Year three – BVMedSci
In this year you will focus on a research project of your choice. You will further develop your understanding of principles underpinning clinical veterinary sciences. At the end of year three, you will graduate with a Bachelor of Veterinary Medical Sciences (BVMedSci) degree.
While other UK veterinary schools may offer an intercalated degree, we are the only school to offer an integrated BVMedSci. This means you won’t have to study for an additional year, saving on tuition fees and living costs.
The project is also your chance to work on real research. You will be supervised by a researcher from one our research groups. Some of our students have even had their research published.
There will still be some taught modules which are outlined below.
Years three and four
Your studies will continue with learning about animal production, trauma management, disease processes, diagnosis, management and prevention. This part of the course also integrates learning of pathological processes with the food industry, zoonotic disease and public health. Personal and professional skills are expanded to incorporate business skills and entrepreneurship.
The final year consists of a series of Clinical Practice Modules that comprise small-group clinical teaching in a hospital/practical/laboratory situation at our Clinical Associates. Teaching and learning is based upon observation, discussion and practical experience. At each institution students are under the supervision of University academic staff placed at, and working within, the institution. This means you will always have a familiar face to support you during the clinical rotations. They are aware of the curriculum and what the learning aims are, aligning your clinical education to what you have studied in the classroom.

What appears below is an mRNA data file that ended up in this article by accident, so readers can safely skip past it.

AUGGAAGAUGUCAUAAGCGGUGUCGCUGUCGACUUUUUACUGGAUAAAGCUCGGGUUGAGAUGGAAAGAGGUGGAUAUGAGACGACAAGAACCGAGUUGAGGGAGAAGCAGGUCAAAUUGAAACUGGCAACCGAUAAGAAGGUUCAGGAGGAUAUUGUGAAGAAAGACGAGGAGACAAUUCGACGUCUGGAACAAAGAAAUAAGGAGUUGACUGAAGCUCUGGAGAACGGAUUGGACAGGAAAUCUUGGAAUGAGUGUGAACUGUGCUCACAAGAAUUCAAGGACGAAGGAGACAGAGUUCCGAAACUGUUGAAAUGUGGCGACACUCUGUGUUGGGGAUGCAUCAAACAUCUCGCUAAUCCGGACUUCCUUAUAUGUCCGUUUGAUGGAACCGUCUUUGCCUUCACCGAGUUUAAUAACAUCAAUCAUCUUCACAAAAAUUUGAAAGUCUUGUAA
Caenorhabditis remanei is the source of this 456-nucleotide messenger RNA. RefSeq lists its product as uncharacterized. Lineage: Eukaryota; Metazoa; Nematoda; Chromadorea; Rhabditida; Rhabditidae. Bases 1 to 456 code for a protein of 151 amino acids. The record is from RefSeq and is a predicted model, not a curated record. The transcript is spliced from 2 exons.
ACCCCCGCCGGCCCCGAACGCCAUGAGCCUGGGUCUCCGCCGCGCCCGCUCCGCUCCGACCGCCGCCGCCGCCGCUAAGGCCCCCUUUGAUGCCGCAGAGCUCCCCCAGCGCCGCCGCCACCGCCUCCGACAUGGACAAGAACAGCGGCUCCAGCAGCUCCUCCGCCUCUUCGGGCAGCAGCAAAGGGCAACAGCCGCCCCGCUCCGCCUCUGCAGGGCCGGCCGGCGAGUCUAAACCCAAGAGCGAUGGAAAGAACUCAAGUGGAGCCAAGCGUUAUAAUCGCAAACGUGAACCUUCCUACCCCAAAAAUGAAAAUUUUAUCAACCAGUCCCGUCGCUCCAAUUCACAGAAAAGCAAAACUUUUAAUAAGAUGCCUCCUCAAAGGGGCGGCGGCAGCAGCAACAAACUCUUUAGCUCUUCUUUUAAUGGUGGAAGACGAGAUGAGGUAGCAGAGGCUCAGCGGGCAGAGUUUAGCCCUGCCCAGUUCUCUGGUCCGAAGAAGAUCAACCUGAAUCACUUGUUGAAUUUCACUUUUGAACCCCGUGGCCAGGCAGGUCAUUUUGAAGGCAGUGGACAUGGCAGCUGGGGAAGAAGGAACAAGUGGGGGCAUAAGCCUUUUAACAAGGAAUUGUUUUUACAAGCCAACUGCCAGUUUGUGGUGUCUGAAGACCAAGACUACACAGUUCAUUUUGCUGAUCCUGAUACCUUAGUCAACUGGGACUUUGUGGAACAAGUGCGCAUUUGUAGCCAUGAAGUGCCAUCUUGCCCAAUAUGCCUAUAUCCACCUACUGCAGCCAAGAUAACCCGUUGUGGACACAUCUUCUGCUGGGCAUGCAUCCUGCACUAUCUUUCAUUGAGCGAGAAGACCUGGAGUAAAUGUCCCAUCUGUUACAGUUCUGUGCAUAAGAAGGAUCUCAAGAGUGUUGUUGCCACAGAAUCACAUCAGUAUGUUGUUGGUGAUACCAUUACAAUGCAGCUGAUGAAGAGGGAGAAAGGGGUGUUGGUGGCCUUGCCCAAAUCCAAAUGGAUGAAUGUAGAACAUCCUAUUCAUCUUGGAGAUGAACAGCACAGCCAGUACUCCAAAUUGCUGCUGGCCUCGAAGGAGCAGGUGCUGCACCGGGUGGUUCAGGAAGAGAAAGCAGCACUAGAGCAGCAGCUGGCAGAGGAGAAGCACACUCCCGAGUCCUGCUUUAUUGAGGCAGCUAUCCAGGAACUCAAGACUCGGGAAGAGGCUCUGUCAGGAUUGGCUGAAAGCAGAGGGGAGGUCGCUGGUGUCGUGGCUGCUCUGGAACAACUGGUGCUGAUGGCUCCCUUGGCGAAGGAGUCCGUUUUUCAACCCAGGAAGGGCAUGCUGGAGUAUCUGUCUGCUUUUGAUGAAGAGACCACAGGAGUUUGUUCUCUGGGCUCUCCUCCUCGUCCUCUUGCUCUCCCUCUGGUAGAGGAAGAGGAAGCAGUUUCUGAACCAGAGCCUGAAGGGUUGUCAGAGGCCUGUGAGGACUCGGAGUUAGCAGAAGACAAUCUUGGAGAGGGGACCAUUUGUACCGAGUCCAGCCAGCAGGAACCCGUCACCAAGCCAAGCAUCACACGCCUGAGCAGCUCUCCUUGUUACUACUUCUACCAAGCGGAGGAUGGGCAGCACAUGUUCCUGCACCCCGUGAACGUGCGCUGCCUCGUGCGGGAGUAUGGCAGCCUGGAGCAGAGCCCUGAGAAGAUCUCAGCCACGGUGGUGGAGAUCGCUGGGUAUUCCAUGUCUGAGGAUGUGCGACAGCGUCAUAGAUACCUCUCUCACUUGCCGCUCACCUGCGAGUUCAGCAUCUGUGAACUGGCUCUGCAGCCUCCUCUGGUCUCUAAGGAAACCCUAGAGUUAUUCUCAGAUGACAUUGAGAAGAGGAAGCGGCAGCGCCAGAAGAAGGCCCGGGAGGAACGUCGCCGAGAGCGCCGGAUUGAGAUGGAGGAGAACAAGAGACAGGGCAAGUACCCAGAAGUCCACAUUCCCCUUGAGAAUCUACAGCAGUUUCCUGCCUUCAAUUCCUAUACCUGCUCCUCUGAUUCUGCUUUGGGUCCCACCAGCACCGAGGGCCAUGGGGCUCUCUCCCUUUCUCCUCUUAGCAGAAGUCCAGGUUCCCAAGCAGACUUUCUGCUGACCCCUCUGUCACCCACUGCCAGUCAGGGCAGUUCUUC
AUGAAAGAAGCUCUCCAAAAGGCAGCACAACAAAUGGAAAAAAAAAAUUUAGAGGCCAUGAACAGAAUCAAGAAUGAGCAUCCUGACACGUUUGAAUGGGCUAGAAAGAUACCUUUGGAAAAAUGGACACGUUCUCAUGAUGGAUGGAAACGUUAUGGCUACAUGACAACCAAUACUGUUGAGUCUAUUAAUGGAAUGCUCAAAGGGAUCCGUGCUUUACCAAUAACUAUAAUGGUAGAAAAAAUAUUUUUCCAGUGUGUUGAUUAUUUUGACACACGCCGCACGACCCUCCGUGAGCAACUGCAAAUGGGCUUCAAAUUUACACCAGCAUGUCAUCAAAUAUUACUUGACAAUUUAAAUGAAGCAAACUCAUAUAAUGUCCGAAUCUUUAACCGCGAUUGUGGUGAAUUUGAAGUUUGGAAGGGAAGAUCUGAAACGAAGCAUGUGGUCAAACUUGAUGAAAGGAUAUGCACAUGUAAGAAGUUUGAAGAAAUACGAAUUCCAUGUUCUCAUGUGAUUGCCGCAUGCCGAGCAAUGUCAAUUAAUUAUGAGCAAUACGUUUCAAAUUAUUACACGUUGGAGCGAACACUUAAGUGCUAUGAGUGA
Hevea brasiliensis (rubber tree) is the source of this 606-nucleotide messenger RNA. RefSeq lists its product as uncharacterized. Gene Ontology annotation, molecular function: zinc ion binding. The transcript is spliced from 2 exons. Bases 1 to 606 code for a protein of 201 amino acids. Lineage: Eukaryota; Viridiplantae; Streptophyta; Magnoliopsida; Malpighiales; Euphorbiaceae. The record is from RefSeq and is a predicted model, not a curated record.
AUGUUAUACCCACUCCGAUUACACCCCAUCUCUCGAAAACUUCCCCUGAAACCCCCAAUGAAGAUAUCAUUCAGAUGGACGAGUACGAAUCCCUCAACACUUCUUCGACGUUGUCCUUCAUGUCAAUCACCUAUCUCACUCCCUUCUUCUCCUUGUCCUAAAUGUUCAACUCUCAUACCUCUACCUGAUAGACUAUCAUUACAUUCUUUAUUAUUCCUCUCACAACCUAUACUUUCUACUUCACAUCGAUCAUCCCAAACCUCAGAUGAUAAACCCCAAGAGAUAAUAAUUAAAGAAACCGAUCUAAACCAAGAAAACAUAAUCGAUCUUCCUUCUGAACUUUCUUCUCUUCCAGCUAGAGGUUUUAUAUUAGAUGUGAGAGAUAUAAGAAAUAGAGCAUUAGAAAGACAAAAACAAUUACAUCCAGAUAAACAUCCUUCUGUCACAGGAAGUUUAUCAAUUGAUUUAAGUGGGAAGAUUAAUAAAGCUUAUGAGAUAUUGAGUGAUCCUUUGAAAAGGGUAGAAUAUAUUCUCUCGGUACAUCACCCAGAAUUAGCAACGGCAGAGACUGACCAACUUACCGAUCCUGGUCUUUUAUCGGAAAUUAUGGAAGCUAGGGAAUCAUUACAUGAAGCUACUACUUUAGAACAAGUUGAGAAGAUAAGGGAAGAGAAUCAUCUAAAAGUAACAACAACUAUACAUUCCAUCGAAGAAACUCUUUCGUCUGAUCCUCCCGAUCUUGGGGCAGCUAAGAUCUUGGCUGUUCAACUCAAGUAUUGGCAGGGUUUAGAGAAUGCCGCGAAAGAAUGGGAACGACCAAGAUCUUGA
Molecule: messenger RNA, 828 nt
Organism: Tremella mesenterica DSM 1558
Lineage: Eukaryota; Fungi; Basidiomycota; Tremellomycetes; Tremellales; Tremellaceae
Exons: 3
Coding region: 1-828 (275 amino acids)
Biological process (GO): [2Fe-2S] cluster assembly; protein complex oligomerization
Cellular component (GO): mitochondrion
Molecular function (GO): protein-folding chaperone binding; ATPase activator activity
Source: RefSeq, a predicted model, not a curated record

During the placement year, you will experience first and second opinion cases. We chose to work with associates rather than have our own referral hospital to make sure our students had exposure to a varied case-load.
You will experience:
- all domestic species
- livestock production systems
- wildlife conservation
- exotic animal medicine
The Clinical Associates we currently work with are: